I noticed a lot of your stand-up focuses on your relationship with your family as well. Your special is airing Friday on Comedy Central — Why Is The Rabbit Crying? — which I assume is a reference to your “Cholo soccer dad” joke.

It’s talking about everything that happens in my life, and every bit is grounded in reality, so there’s not a lot of fiction. And I find myself, you know, a half-Mexican living in a Mexican neighborhood in Los Angeles, surrounded by these characters, raising a family in this weird, multi-ethnic neighborhood. It’s a lot of that. There’s strip malls, and the neighborhood is kind of boldly blue-tarp, so it’s very fruitful for material to live around a bunch of weirdos.

You’re constantly doing standup. When you do a show, do you view it as an opportunity to get back to what you truly love, in a “back to the basics” way, or is it something where you’re working on other projects like The Daily Show, and you’ll get new ideas that you’ll be inspired to work back into your act?

I’m not doing as good a job at that as I should. There’s a writer here who’s a standup, and we were talking about opportunities for material as we’re going through it on the show. And again, I feel like I’m so busy, it’s just creative mayhem over here — I’m working on All Things Comedy, I’m working on The Daily Show, and my stand-up and acting — there’s so much going on, and there’s zero method to any of this. I have a great time on stage, and I love interacting with the crowd. My style also is such that I’ve become this six-minute bit storyteller with a lot of tangents and detail, and those don’t come too easy. So in terms of writing, I need to actually sit down to piece together my bits. They start on stage, but I need to make a conscious effort to work everything out. Sometimes it’s a little overwhelming. This special, Why Is The Rabbit Crying?, is a combination of a lot of those stories that have been crafted in clubs over a long period of time.

A couple years ago you did an interview with Paul F. Tompkins and Maria Bamford on KCRW’s The Business in which you talked about comedians like Paul Reiser, who become TV stars and never do standup again, which was notion you were grappling with. Do you think that era is over? Can comedians afford to think that way nowadays?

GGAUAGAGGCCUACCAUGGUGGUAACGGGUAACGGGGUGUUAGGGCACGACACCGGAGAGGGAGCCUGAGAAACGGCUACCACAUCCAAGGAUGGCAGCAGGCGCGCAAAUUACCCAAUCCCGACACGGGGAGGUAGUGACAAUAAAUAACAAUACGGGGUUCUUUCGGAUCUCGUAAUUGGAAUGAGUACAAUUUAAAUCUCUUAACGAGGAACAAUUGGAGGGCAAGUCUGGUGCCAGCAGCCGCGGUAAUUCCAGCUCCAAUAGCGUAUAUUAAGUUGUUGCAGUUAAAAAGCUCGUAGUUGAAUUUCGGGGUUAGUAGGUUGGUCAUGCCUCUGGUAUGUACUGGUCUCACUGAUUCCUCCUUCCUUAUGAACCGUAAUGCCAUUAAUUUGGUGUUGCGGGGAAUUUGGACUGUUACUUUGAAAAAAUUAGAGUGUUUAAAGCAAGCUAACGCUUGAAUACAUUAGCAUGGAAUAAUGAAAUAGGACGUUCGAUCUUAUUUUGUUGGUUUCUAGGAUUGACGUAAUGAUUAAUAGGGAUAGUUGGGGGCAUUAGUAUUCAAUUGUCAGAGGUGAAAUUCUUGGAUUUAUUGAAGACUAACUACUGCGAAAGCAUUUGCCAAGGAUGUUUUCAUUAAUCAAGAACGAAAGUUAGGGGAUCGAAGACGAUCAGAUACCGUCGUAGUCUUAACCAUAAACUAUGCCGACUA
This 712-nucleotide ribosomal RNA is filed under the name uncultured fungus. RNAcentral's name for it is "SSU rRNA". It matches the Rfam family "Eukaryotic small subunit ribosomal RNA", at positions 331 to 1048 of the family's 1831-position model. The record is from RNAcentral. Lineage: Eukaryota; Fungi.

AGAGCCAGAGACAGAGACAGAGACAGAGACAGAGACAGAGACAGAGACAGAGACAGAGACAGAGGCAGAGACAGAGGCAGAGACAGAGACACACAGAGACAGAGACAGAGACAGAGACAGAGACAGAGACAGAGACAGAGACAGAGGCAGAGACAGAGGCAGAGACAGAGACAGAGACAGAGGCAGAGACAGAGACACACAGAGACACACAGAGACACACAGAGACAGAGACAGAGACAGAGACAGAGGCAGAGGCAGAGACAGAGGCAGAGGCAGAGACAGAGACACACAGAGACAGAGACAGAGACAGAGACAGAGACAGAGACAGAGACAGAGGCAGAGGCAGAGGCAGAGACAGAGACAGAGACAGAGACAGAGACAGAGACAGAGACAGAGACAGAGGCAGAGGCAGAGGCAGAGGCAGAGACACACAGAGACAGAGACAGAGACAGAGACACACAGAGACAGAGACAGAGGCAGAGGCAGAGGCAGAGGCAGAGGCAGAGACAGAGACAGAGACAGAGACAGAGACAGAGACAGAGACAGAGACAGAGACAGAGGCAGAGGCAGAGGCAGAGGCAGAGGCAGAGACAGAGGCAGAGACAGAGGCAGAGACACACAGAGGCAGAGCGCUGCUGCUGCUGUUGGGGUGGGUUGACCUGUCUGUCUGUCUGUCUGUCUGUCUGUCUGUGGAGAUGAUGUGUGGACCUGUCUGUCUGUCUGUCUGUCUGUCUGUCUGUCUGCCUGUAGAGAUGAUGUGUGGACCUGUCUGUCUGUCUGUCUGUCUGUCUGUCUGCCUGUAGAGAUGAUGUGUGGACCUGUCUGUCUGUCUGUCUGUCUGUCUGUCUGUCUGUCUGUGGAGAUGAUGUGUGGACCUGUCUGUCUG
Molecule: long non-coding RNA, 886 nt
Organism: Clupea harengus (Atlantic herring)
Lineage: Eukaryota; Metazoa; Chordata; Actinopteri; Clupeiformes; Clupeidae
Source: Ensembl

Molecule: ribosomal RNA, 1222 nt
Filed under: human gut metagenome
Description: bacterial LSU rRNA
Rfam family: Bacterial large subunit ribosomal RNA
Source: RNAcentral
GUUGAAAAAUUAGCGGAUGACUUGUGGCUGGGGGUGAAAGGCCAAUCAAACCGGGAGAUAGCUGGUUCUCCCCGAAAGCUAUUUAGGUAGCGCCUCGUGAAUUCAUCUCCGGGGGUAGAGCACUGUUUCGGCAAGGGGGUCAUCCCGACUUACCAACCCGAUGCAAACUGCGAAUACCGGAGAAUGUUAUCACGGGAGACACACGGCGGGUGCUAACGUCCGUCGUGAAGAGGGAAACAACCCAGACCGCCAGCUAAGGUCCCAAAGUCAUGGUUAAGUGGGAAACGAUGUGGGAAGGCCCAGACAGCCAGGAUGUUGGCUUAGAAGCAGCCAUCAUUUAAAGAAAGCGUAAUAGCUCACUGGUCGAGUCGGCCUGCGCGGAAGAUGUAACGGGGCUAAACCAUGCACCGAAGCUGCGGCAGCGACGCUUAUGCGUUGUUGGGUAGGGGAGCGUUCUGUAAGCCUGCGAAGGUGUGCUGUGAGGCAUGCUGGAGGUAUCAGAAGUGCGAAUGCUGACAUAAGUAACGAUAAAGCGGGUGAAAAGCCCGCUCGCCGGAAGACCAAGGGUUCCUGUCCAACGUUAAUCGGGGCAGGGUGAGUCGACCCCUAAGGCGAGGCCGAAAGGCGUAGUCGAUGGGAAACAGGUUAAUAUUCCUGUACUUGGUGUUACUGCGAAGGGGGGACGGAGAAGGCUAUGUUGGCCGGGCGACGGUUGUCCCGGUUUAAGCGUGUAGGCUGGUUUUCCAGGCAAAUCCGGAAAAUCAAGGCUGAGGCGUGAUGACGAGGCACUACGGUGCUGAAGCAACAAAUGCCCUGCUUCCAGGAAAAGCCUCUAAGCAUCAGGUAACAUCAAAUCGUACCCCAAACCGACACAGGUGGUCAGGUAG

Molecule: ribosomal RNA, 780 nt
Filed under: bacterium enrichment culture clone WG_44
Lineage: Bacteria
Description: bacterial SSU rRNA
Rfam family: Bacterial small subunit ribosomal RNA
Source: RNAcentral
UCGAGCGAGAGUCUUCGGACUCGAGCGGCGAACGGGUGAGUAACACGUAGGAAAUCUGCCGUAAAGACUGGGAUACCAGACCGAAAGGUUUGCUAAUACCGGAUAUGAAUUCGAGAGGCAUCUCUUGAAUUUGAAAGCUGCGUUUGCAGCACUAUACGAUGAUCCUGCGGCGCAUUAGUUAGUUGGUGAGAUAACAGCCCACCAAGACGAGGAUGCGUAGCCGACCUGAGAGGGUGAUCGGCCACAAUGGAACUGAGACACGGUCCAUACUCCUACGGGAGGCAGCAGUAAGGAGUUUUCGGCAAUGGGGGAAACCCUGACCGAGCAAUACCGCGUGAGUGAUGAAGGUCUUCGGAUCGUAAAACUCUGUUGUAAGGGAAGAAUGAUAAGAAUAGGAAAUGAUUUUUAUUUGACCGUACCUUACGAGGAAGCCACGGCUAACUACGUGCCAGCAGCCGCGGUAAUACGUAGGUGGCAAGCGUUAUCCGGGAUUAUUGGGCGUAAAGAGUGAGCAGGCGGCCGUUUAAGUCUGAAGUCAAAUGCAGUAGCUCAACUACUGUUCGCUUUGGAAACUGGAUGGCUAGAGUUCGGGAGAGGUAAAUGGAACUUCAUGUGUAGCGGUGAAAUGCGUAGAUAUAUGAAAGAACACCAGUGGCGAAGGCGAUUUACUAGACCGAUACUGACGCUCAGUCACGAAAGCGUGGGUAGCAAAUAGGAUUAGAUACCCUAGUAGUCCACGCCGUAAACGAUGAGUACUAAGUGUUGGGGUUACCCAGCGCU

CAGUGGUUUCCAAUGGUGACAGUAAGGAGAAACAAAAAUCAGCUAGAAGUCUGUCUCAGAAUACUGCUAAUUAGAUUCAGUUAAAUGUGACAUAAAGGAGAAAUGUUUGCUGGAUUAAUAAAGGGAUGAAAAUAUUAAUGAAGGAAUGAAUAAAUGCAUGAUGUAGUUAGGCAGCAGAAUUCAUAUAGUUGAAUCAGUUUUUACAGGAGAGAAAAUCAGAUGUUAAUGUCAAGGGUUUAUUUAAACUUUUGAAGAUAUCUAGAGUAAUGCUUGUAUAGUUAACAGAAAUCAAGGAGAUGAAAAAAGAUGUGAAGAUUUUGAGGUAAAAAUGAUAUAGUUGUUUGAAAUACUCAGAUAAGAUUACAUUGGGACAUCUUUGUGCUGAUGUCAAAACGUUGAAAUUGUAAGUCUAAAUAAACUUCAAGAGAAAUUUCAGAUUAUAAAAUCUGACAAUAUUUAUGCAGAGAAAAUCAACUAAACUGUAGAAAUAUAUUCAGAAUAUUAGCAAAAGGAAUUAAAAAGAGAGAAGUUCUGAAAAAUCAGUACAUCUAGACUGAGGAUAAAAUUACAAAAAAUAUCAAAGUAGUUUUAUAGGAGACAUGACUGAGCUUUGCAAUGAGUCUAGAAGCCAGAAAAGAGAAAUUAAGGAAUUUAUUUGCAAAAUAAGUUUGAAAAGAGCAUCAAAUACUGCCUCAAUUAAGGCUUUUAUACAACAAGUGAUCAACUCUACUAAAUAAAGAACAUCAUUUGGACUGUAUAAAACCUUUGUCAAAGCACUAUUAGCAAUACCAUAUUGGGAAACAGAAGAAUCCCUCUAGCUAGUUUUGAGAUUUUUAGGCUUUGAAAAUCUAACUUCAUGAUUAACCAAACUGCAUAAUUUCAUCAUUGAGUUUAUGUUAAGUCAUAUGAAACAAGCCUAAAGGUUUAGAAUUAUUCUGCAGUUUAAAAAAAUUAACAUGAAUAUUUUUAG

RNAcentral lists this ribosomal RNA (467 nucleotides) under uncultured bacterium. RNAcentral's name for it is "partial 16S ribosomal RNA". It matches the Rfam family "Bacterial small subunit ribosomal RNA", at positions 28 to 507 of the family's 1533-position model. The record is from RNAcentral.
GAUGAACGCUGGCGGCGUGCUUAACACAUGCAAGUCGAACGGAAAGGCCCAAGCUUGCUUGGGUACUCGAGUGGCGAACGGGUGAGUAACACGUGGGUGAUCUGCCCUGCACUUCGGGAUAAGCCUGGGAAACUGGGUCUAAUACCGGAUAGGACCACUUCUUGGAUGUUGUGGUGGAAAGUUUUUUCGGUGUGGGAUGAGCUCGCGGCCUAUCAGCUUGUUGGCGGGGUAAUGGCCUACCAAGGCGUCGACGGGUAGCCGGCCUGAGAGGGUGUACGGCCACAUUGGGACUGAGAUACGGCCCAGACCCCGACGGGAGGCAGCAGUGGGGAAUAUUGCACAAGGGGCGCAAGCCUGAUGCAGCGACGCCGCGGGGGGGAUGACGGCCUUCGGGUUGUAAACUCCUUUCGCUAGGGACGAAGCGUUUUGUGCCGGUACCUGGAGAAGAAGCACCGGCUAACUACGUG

I think there will always be people who get a little too busy. I was talking to another comic who had just taped an hour, and he was like, “I’m excited! Here comes the new hour. I get to write a new hour.” And that whole thing, with all the shit I have going on right now, it just seems a little bit daunting. So I can totally see how people want to take a break, and how it’s difficult to jump back into it.

But at the same time, I would never want to take that much time off. Meeting John Oliver has been really good for me — just watching how he goes about doing standup and balancing out family time. At this point, with me being away from my family, it’s very difficult for me to fly back to LA and then say, “All right, see you guys later, I’m going to the Comedy Store.” So I did my club time, which used to be constant, easily 10 sets a week at the Improv, the Laugh Factory, and the Comedy Store. It’s been tapered way down. I think as people get busier, yeah, it’s harder to stay in the clubs, to stay fresh. But there is a bit of a balance that I’m watching John Oliver employ, going out to clubs constantly and working on material as much as you can. But I can totally see how people like Mike Binder and Paul Reiser and standups over time sort of dropped out.

I get it. I get both sides. I think I may have mentioned this on the show with Maria and Paul, that standup will always be there for me. You know, I got into this to do standup, and everything that has come from it has been great, but I really do enjoy being on stage. I’ve never been as polished as I’ve wanted to be, and I think that’s what I really enjoy — just messing around with material and never doing the same bit twice.

Erik Voss is a writer and performer living in Los Angeles. He hosts the Evil Blond Kid podcast and performs improv on the Harold team The Cartel at the iO West Theater.

  • Chuck

    Looking forward to this special!